With all the flashy camera equipment out there it is easy to get distracted with the latest camera body or lens.  When you look at really good tripods you can get sticker shock as some are well over a thousand dollars.  While this may seem extreme look at it from another point of view.  You spent several thousand dollars on a camera and many more thousands on your lenses yet you put all the expensive gear on a tripod which costs less than a hundred dollars.  In photography, like most things, you typically get what you pay for.  

Tripods are extremely important for sharp images when you are at slower shutter speeds and the higher end tripods help deliver sharper photographs.  It is that simple.  You should treat the tripod as part of your overall camera system.  So, like lenses, when it is time to purchase a tripod get the most expensive you can afford to help avoid the tripod fee.  Otherwise, do what I did which was survive on the less expensive ones and work your way up.  Yes, I paid a heavy tripod fee...

Below, is a list of tripods and tripod heads from the reasonably good to the really good.

 Click the image for specific information on the Manfroto MT055XPRO3.

Click the image for specific information on the Manfroto MT055XPRO3.

Manfrotto MT055XPRO3

Manfrotto is a very old company and they produce a wide variety of quality support products.  Their tripods range from about $99.00 on up to over $1,000.00.  The one featured to the left is made of aluminum  and features a center column which you can orient horizontal without removing.  It runs around $220.00 and would be a good tripod especially if you are starting out and not up to spending a grand. 

 

 

 


Induro CLT103

Induro Tripods are good all around tripods.  Recently, they stopped producing aluminum based tripods electing instead to concentrate on carbon fiber which is now the industry standard.  The model pictured to the right runs $299.00. Their prices for their "Classic" models range anywhere from $299.00 to $425.00. 

 Click the image for specific information on the Induro CLT103

Click the image for specific information on the Induro CLT103


 Click the image for specific information on the Feisol CT-3472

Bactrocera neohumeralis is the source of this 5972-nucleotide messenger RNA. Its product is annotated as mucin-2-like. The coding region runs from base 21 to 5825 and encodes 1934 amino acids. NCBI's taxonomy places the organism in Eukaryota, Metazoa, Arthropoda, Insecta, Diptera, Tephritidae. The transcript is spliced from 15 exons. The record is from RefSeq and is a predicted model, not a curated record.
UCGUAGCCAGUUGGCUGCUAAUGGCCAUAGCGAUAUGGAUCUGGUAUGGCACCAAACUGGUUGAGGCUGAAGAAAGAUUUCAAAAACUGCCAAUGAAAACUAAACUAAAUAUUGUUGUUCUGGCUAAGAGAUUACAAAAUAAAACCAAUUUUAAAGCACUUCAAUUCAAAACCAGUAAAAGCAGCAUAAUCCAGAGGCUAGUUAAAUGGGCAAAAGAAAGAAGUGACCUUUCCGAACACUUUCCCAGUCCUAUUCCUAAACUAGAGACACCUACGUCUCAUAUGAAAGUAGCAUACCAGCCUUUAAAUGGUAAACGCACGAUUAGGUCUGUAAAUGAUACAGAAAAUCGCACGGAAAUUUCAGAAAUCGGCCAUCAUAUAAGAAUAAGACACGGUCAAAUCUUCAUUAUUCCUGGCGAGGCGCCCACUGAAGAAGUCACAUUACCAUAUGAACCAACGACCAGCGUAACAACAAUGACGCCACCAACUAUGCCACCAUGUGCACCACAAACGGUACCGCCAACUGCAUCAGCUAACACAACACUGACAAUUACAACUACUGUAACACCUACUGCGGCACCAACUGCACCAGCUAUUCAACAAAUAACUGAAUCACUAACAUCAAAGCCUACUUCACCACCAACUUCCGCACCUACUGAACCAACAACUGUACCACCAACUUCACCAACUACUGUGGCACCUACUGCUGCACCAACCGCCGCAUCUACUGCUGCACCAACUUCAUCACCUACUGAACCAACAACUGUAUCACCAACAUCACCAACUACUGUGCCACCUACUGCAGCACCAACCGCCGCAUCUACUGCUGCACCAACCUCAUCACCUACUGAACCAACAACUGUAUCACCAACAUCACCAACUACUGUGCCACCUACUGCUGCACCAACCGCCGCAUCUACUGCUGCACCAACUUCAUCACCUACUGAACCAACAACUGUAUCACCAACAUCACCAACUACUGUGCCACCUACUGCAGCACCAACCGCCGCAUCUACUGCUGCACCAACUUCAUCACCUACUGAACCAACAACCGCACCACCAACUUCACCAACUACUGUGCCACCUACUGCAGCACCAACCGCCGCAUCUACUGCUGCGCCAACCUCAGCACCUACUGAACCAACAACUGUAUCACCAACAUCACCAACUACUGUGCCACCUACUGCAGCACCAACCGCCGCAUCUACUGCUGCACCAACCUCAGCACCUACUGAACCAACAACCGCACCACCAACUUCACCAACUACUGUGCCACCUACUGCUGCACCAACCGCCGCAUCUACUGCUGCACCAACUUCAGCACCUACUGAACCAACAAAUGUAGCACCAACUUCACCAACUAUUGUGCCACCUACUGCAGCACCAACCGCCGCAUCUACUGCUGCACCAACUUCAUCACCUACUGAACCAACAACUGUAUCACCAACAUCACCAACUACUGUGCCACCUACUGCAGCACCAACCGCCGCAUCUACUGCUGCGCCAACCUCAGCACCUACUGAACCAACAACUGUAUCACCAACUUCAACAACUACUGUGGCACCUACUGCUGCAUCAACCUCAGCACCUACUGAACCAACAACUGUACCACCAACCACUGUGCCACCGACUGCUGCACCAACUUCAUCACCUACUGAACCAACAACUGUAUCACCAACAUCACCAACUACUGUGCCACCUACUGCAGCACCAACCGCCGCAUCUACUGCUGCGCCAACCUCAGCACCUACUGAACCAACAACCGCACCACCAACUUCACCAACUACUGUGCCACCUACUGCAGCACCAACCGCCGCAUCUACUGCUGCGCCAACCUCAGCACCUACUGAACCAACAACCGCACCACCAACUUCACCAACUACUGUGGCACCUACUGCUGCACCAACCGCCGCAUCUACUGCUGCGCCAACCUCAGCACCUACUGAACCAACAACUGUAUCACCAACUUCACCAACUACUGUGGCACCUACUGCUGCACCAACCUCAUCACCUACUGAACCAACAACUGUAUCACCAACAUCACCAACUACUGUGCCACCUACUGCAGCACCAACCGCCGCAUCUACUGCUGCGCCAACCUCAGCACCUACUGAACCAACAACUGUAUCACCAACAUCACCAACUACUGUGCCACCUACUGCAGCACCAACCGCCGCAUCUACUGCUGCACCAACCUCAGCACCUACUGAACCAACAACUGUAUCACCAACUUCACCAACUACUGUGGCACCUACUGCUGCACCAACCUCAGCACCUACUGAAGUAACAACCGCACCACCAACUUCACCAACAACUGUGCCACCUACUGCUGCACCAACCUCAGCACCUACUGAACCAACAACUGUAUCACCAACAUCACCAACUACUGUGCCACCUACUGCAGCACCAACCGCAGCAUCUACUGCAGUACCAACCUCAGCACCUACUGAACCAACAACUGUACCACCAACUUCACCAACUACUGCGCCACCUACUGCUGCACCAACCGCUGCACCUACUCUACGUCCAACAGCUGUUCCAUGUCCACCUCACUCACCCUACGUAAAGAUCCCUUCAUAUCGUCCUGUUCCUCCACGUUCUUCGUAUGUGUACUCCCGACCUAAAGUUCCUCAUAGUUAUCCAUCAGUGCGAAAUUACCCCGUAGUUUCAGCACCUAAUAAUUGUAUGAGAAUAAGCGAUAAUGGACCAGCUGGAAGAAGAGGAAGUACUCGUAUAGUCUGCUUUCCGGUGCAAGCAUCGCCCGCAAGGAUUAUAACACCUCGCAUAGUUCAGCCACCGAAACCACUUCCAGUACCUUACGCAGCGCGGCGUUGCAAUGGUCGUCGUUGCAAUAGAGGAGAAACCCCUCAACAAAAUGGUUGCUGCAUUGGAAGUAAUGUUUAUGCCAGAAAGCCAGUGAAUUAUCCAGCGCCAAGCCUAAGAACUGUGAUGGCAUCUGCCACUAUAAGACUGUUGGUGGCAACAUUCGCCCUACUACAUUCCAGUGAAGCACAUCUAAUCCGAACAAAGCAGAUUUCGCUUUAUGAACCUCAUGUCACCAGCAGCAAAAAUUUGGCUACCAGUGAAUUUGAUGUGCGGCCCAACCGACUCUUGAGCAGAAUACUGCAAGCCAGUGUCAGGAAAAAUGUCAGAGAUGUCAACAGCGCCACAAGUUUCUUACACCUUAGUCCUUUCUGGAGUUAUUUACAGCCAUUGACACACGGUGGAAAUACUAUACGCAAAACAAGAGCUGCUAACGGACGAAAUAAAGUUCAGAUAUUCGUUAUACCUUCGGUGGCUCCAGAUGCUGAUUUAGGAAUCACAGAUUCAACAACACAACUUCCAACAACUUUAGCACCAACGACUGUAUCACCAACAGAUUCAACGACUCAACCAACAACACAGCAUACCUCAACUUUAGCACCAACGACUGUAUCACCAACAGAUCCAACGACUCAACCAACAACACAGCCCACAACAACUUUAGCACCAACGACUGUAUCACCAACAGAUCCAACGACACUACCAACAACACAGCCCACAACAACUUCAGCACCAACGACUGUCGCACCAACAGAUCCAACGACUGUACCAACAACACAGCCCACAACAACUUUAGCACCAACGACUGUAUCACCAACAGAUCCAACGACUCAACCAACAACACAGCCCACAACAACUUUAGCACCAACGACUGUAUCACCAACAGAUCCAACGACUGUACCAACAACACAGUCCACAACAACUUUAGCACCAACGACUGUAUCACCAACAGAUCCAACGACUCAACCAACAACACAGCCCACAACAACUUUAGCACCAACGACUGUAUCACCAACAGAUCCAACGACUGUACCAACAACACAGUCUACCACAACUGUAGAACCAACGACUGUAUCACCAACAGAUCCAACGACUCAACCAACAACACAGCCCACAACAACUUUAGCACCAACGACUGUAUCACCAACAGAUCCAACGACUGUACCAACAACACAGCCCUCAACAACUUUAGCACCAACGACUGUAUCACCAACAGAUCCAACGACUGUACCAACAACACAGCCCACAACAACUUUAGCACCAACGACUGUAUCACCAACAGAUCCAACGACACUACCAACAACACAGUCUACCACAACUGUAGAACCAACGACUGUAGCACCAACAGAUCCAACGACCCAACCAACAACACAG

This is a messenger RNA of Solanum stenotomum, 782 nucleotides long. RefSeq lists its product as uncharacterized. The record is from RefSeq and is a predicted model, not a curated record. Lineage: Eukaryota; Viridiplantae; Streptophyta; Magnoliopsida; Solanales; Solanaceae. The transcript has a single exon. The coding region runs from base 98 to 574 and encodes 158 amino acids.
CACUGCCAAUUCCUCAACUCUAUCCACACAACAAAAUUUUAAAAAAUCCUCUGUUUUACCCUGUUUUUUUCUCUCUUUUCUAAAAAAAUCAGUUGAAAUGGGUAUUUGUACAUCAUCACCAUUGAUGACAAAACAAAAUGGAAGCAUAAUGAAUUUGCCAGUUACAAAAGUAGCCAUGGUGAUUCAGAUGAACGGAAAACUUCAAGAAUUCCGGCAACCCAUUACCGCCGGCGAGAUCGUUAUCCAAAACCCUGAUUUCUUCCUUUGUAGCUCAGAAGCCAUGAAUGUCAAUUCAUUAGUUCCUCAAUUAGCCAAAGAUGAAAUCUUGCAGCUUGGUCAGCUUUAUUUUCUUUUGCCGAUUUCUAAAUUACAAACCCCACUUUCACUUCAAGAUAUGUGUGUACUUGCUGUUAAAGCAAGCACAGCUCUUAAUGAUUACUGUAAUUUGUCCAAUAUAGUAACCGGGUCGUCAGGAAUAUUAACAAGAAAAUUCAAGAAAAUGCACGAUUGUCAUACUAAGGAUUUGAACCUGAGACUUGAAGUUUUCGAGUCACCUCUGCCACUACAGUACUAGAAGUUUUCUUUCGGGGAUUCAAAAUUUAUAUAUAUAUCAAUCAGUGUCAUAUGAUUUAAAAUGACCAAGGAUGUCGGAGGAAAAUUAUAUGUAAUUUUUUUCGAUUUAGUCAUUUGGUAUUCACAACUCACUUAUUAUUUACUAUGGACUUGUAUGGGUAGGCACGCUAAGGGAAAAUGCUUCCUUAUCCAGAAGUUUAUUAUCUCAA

Click the image for specific information on the Feisol CT-3472

Feisol CT3472

Feisol has been producing carbon fiber tripods since 2002.  Their products have quality features with a mid-range price.  They have various models ranging in price from $271.00 - $660.00.  The one featured to the left is on the upper end at $570.00. 

If you are looking for a decent carbon tripod for under 700.00 take a look at Feisol.

 

 

 

 


Really Right Stuff TVC-34L

 Click the image for specific information on the Really Right Stuff TVC-34L

Click the image for specific information on the Really Right Stuff TVC-34L

Really Right Stuff (RRS) is a industry leader in camera support systems.  They have much more available than just their tripod legs.  They also have some of the best ball-heads in the business. The model pictured to the right runs $1,048.00.  RRS prices can range from $700.00 to $1300.00 depending on what model you choose.  

If money is no object and you can afford an RRS tripod then you may very well never have to buy another set of legs.

 


Gitzo Mountaineer GT3542L

 Click the image for specific information on the Gitzo Mountaineer GT3542L.

Click the image for specific information on the Gitzo Mountaineer GT3542L.

When discussing top of the line tripods we would be remiss not to mention Gitzo.  For many years now Gitzo has manufactured some of the highest quality tripods around.

The one pictured to the left is a Gitzo Mountaineer GT3542L.  Its price runs $1,040.00.  The Gitzo prices range from $700.00 to $1400.00 depending on the chosen configuration.